Quick toast message keeps the user updated and can be used to show time-critical information or action items. As a designer, it is very important to include the “App Update” message as a toast message, this is a standout feature and one that users should not ignore.

Credential Management

Android users can use the Smart Lock feature. However, iOS users find it difficult to bring and utilize credential data. On Android phones, Chrome always asks users if they wish to store the credential if the user is already logged in to the system.

Off-line support

Offline support is one of the key features of PWA. All native apps do not support (all) offline features all the time. This is a key reason to move from native to PWA. A progressive web app can load the last seen page or save user data even when users face connectivity issues.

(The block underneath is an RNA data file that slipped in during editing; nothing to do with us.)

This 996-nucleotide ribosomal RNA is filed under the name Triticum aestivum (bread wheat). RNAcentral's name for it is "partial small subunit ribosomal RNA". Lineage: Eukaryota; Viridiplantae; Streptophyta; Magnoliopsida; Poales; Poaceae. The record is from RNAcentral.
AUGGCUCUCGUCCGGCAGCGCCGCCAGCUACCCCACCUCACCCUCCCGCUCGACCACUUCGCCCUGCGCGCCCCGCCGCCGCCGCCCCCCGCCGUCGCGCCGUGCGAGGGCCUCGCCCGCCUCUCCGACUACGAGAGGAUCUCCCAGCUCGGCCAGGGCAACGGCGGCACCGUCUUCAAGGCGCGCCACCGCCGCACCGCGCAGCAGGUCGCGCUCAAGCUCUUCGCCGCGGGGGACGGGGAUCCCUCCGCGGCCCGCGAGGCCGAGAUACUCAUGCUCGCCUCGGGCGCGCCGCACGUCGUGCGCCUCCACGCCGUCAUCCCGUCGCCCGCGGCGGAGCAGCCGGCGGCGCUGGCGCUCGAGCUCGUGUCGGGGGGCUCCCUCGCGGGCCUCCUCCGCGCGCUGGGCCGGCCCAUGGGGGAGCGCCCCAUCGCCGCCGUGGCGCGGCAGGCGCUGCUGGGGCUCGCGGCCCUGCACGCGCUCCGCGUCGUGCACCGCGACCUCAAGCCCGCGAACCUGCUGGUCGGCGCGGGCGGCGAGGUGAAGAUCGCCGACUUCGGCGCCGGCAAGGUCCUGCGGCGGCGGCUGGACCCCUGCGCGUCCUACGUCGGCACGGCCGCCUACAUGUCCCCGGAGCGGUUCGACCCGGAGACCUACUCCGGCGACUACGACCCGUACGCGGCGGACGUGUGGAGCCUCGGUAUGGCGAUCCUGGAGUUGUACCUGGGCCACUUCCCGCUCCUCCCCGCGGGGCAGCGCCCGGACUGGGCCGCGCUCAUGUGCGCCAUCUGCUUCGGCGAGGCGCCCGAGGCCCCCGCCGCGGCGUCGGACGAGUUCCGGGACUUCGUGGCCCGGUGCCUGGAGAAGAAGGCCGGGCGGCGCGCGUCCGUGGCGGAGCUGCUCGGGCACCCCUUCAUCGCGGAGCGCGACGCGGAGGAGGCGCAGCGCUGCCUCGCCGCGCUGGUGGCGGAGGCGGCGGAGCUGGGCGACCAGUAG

Note: Alert users about their offline status.

Vibration Alert

Chrome browser supports vibration alert in Android devices however Safari does not. Looking at Apple’s track record we hope to see this feature enabled soon.


While developers create apps, native or progressive, with certain intended navigation, users often find other ways to use these apps. To achieve a better user experience, designers and developers need to anticipate all user touchpoints and information they would want to see to aid better usage. These ten action items are must-dos for any designer working with PWAs.
If you think we’ve missed out any, tweet and let us know!